S. rubidaea is unusually recovered from clinical samples in microbiology laboratories. The pieces of grass inside the wound may be the source of S. rubidaea considering its ability to colonize vegetables. We would like to highlight the isolation of this organism for the following reasons: 1) its infrequent occurrence in samples from human infections, 2) because microbiologists should be aware that animal bite infections may be due not only to oropharyngeal-colonizing organisms, but also to skin-colonizing organisms or, as in the present case, to organisms found in the environment, and 3) the unusual susceptibility of the S. rubidaea isolate to colistin, a drug that showed to be ineffective against organisms of the genus Serratia with the exception of Serratia fonticola (12).

The literature cited in pubMed related to horse bite infections was reviewed and 42 references were found. only seven of them described cases of patients bitten by horses. The infection was due to mixed organisms in four cases, Actinobacillus species were involved in three cases, whereas Enterobacteriaceae were present in four (including the present report). only two cases were due to Pasteurella spp., anaerobic bacteria were isolated in only one case, and two species of viridians streptococci were found (1, 3-5, 7, 9, 10) (Table 1) in another case. Two other cases involving both a donkey and a zebra, were reported (Table 1). one reported a case of infection due to Streptococcus agalactiae and Pseudomonas aeruginosa after a zebra bite (13). The other was a case of Staphylococcus hyicus infection after a donkey bite (8).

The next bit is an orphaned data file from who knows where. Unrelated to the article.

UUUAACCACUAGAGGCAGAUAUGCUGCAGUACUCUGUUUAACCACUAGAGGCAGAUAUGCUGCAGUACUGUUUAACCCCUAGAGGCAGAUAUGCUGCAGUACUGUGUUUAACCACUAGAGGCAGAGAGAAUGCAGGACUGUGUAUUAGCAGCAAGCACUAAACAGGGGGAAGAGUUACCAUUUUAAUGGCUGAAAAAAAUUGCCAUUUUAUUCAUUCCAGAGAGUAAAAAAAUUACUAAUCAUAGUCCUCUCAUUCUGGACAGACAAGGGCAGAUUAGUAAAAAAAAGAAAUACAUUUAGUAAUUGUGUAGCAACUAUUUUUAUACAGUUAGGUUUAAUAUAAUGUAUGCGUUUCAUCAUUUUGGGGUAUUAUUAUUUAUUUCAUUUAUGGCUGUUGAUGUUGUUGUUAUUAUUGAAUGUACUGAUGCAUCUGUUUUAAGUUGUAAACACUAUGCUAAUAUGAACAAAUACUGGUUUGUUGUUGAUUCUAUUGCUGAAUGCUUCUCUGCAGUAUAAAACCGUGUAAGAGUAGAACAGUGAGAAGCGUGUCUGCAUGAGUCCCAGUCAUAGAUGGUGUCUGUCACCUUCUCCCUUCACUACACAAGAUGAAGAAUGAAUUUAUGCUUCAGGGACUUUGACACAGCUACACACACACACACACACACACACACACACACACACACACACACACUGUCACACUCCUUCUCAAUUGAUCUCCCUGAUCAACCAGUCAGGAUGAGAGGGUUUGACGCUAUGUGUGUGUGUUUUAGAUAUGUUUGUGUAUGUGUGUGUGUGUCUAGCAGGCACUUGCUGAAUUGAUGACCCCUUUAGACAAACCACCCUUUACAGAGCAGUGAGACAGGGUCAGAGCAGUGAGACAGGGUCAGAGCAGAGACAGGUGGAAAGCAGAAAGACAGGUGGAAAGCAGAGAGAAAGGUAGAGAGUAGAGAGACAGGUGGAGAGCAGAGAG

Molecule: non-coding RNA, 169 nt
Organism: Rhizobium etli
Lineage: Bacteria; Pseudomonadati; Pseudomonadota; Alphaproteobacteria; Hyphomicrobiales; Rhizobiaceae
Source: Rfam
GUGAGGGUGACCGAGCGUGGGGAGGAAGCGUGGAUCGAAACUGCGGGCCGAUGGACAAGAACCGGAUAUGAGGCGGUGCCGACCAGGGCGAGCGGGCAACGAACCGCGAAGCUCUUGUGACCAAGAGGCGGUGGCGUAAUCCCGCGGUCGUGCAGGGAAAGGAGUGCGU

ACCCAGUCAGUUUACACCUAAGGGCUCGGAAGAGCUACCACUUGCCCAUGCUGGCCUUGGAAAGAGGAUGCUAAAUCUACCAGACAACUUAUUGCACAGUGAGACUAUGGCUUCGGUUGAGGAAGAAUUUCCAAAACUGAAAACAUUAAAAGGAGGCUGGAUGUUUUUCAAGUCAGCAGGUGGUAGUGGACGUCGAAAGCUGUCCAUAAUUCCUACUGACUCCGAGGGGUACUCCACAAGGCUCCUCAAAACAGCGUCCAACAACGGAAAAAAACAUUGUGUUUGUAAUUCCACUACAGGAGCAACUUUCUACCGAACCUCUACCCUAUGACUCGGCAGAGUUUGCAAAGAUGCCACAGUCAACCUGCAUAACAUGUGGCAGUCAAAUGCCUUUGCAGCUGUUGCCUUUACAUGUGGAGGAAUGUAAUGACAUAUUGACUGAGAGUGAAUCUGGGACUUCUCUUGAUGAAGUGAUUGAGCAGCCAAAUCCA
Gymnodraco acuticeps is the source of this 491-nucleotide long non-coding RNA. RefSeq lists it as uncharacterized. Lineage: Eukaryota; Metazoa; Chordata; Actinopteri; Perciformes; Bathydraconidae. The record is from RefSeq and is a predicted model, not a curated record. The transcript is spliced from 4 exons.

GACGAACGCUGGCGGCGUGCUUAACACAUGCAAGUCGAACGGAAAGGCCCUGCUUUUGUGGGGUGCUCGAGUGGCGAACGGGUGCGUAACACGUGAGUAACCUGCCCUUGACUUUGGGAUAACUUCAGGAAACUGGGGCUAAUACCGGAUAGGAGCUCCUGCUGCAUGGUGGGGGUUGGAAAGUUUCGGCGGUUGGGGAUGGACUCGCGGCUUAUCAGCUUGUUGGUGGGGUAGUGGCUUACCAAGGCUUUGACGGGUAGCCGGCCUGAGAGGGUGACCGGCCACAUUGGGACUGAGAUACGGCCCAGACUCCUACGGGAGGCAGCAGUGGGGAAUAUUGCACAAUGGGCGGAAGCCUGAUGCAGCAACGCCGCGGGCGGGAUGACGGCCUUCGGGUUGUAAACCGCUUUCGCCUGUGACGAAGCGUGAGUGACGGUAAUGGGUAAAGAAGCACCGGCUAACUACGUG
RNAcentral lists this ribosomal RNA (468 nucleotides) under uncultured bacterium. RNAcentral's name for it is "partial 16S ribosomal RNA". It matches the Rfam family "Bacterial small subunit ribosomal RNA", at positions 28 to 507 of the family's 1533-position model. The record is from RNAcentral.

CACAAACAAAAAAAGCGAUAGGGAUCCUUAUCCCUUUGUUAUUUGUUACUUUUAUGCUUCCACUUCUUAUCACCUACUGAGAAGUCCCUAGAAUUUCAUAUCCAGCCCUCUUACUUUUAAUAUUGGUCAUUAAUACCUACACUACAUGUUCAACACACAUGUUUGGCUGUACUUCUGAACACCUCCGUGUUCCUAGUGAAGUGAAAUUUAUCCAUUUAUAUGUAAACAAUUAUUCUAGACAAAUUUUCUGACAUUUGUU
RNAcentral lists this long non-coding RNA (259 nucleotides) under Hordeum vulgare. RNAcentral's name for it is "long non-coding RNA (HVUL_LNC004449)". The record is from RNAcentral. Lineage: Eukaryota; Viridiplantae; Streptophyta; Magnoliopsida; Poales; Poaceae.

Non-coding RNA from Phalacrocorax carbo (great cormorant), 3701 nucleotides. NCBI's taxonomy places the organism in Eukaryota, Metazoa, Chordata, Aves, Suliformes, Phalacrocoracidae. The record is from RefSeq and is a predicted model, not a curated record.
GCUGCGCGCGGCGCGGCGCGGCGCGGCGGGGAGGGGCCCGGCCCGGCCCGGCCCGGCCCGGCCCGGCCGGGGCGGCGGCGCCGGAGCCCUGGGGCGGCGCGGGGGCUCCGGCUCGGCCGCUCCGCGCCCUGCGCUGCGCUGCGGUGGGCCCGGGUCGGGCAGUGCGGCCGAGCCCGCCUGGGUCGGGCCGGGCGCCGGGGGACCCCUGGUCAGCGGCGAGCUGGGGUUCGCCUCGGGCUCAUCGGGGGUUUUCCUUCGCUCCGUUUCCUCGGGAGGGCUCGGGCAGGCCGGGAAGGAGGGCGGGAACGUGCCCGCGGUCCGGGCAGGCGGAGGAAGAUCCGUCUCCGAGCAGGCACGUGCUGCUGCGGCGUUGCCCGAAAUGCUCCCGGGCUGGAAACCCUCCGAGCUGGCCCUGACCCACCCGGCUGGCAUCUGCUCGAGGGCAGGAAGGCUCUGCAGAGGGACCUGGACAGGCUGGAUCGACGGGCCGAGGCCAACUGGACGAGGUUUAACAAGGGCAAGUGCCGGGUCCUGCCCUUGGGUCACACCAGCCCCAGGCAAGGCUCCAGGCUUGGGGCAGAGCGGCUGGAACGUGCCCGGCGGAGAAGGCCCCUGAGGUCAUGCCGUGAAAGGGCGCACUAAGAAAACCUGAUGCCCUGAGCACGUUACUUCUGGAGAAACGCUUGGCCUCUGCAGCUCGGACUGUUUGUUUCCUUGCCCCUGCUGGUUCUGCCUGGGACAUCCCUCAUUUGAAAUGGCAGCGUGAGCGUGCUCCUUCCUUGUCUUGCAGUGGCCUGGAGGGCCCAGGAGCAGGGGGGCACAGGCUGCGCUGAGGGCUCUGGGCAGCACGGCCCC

Table 1. Wound infections produced by horses and similar animals

(1) ND: not determined

Actinobacillus lignieresii and other Actinobacillus spp., gram-positive aerobic cocci, Pseudomonas, Enterobacteriaceae, Pasteurella, and anaerobic bacteria could be the causal agents of infections after horse bites.